2. Weight/magazine capacity ratio
3. JHP feeding issues
4. Unnecessary grip safety
5. Loose fitting "custom" parts

1. Cost - agreed, though Springfield, Remington and others have more affordable options.
2. Weight/magazine capacity ratio - not sure I agree. Especially if you're comparing a classic metal gun to polymer options.
3. JHP feeding issues - disagree, not in all 1911s. My Colt feeds JHPs flawlessly, as does my Springfield after a feed ramp polish.
4. Unnecessary grip safety - don't agree - I like the option of the grip safety, especially in a SA design like the 1911. It is a strong positive safety feature that is not at all intrusive.
5. Loose fitting "custom" parts - agreed. Some of the aftermarket stuff out there is ... "icky".

Or

Top five problems I've had with mine so far..

1.
2.
3.
4.
5.

My only real gripe is it's a PITA to take apart.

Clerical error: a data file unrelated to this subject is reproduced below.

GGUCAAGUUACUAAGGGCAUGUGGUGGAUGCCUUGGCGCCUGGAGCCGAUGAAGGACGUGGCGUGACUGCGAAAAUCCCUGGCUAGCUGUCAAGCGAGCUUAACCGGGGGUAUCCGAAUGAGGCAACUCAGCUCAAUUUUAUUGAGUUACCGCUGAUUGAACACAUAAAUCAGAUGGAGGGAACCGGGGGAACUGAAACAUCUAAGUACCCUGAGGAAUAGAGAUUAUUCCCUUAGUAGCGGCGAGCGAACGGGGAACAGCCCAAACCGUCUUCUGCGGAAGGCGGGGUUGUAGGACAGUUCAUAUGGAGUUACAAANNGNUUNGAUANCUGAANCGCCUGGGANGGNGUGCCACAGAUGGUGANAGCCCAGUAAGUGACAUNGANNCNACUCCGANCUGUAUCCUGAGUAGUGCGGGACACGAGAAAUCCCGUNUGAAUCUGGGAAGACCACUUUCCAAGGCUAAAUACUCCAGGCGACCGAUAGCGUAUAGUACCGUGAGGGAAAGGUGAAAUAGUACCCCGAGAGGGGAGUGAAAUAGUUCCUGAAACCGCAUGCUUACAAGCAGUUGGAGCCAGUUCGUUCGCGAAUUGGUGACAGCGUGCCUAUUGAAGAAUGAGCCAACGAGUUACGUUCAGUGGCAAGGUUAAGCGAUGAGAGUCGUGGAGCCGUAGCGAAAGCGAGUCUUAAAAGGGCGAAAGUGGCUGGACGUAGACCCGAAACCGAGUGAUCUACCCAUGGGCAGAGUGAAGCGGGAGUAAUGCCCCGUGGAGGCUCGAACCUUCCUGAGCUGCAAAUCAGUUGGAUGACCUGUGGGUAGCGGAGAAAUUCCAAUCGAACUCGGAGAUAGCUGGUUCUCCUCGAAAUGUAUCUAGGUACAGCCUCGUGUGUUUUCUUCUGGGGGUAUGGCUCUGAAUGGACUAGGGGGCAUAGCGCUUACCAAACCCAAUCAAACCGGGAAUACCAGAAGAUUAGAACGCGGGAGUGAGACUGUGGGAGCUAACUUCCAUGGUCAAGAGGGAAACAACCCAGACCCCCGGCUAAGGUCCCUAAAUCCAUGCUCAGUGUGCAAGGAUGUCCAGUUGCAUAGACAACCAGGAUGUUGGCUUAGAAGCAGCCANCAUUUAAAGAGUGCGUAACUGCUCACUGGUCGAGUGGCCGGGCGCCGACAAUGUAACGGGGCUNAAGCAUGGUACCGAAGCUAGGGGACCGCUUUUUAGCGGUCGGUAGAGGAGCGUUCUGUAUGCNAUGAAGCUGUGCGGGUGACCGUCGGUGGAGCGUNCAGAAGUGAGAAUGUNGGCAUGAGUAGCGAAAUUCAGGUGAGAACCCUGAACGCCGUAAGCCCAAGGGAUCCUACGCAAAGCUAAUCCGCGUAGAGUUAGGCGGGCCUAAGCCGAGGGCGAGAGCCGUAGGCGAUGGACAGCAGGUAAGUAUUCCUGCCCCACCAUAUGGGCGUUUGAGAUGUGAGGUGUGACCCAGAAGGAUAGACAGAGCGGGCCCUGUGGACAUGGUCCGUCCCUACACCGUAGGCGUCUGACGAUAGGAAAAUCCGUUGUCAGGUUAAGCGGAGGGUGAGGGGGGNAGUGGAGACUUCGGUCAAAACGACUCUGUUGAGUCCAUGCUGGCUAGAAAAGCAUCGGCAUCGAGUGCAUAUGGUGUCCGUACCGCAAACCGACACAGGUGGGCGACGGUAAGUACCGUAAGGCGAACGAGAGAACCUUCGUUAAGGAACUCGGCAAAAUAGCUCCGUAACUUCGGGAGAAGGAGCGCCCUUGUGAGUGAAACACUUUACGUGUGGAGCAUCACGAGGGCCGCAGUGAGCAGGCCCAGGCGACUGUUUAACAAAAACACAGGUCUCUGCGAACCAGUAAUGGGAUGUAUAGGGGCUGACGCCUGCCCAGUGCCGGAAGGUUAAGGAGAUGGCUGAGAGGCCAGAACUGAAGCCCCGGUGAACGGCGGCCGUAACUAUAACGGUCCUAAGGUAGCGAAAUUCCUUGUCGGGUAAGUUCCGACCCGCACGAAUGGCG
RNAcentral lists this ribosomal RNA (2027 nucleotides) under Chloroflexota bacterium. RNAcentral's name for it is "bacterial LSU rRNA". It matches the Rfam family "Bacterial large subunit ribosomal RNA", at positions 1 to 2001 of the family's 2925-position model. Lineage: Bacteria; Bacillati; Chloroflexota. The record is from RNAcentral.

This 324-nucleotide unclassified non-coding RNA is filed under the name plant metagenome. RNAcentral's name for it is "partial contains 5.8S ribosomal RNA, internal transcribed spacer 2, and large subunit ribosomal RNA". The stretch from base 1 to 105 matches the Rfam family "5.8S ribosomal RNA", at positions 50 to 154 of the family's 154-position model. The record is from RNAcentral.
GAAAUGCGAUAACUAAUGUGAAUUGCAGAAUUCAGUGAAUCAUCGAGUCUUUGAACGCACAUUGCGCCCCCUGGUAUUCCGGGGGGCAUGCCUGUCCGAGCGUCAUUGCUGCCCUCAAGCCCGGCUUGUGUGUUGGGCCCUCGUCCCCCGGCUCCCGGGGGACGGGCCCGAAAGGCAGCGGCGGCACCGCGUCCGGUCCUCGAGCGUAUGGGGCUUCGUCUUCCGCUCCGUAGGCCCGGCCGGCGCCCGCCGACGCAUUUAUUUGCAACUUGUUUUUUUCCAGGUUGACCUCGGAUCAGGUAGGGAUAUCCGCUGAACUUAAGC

Hatterasguy
June 28, 2010, 09:13 PM
I only have 1.

I love my Springfield, its my bedside pistol.


Some people say they are heavy, and they are. But I don't carry mine, and I like the weight it helps keep the pistol on target.

Ky Larry
June 28, 2010, 09:34 PM
1. Idiots who don't know how to take care of 1911's.
2. Morons who have never shot one who claim they are inaccurate.
3. Gun rapists with Dremmel tools who think they can improve on the original design.
4. Bozos who make junk reloads who claim the design is unreliable.
5. Gun shop commandos who say the design is antiquated and out dated.


Sorry. This isn't very "High Road." Just wanted to get it off my chest. Admins, please feel free to delete if you wish.

Guns and more
June 28, 2010, 10:36 PM
Bad design of the take down pin. Can't replace it without scratching the frame. No, really.